We stayed on the boat and didn’t go anywhere today. The weather was miserable and by the time we had stocked up with provisions it wasn’t worth going anywhere anyway, so we remained tied to the mooring. I made myself comfortable in the forward cabin, though it was a little tight. Barnacle Bill was, after all, built as a racing boat so the designers, Sparkman and Stephens, had clearly prioritised speed over sleeping comfort. The saloon, however, was very accommodating and was begging us to get through a couple of bottles of red.
You can tell from the crew photos that this trip was a bit of a giggle. In fact it was a complete scream, but the emphasis, for me at least, was to learn much about navigation. This was due to Jon’s methodical and considered approach to passage planning and sailing, but when you own a boat like Barnacle Bill then you’re going to be a proper sailor, aren’t you? This boat is a real head-turner!
And then we entered the Algarve. If ever a country demonstrated a distinction between the north and the south then Portugal must surely be the most extreme. The north, mountainous, green and lush is dominated by tradition and culture. It’s very poor.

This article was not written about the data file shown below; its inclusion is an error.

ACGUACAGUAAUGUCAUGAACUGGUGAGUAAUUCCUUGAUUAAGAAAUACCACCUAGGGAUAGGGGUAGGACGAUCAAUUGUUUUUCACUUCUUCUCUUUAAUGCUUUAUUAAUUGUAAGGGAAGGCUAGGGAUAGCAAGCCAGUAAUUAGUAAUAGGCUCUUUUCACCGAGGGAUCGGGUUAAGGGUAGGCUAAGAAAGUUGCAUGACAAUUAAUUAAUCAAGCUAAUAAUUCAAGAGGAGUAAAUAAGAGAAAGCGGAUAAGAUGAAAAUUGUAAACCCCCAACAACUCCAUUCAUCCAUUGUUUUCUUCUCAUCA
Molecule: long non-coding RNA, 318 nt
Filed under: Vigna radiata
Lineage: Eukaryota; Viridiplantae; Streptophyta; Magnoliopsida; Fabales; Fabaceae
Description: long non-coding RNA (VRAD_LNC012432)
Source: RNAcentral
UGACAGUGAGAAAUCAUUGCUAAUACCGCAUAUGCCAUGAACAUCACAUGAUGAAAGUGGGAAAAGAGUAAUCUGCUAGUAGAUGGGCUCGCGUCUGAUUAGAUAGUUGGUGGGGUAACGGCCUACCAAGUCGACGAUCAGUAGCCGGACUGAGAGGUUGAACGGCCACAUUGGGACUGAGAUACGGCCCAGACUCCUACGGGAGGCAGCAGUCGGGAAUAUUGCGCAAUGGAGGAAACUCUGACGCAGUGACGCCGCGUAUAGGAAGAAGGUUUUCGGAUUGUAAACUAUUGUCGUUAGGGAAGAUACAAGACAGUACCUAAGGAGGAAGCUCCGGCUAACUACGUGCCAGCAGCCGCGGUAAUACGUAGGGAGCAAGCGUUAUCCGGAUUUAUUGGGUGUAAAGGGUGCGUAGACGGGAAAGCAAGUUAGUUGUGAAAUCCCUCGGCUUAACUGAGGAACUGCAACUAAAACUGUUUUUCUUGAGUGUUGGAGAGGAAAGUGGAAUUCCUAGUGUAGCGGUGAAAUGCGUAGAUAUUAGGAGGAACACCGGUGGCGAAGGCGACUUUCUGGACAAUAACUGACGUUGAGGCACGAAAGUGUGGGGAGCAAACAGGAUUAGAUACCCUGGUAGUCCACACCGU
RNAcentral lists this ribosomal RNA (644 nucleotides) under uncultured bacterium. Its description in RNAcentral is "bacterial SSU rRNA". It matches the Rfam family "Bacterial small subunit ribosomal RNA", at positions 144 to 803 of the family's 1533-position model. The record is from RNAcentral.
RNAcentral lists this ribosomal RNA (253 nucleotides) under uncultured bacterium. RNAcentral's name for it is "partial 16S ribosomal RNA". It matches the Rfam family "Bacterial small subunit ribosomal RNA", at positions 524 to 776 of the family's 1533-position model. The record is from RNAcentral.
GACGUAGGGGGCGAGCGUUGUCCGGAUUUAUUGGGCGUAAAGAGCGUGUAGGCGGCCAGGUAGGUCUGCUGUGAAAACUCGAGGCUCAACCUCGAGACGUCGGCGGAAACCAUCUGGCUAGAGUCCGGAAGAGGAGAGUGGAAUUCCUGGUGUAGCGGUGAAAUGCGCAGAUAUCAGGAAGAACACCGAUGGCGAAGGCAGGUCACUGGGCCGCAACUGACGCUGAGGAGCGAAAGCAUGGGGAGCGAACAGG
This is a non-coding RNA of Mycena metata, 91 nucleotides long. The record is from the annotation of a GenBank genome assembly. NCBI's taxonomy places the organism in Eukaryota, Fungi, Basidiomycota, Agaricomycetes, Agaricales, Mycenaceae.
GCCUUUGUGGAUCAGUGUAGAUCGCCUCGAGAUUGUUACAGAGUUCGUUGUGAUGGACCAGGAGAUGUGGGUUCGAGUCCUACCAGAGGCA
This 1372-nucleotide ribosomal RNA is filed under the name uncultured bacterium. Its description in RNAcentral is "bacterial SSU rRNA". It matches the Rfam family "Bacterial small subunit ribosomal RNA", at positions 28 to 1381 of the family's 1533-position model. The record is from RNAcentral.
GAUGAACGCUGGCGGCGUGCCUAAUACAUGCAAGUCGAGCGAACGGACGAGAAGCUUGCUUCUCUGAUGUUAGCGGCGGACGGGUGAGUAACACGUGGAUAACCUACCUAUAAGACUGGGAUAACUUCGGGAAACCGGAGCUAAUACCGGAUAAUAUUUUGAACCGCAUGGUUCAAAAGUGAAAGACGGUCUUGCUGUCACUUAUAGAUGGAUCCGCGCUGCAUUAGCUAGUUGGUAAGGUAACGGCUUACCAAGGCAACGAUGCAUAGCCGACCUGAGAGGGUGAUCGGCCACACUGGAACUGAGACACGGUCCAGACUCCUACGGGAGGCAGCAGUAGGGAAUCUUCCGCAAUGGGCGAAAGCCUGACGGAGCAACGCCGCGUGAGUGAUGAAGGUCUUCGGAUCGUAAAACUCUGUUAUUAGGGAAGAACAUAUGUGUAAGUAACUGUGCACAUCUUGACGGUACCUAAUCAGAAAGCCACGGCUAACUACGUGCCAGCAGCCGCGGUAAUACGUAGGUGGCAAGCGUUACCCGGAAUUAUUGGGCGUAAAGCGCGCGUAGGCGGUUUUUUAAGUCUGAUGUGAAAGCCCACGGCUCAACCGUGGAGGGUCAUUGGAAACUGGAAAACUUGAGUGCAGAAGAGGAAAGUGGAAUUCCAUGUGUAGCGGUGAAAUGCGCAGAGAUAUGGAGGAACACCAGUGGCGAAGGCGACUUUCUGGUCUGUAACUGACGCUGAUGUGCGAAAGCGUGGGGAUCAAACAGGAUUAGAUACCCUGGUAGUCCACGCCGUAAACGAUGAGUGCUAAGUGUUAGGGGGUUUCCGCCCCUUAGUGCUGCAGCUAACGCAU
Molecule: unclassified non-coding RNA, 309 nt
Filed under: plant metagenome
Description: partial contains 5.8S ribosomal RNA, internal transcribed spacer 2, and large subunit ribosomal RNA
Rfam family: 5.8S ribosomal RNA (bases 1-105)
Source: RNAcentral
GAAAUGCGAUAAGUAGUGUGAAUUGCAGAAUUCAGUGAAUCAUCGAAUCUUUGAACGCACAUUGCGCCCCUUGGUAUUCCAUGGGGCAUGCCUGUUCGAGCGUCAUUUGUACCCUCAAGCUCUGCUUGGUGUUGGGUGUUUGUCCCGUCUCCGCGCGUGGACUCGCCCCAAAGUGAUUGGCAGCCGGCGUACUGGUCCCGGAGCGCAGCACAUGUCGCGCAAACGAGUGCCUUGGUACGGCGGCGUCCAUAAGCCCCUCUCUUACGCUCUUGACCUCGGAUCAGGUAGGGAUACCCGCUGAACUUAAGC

Porto blew me away. It is one of the most beautiful cities I have ever visited, from it’s opulent architecture to the river side promenades. The city of 263,000 people is stacked up either side of the Rio Douro, with the huge Ponte de Dom Louis 1 joining the main city centre with the port distillery lodges on the south side. This is echoed by another five huge bridges that continue to straddle the river in land.
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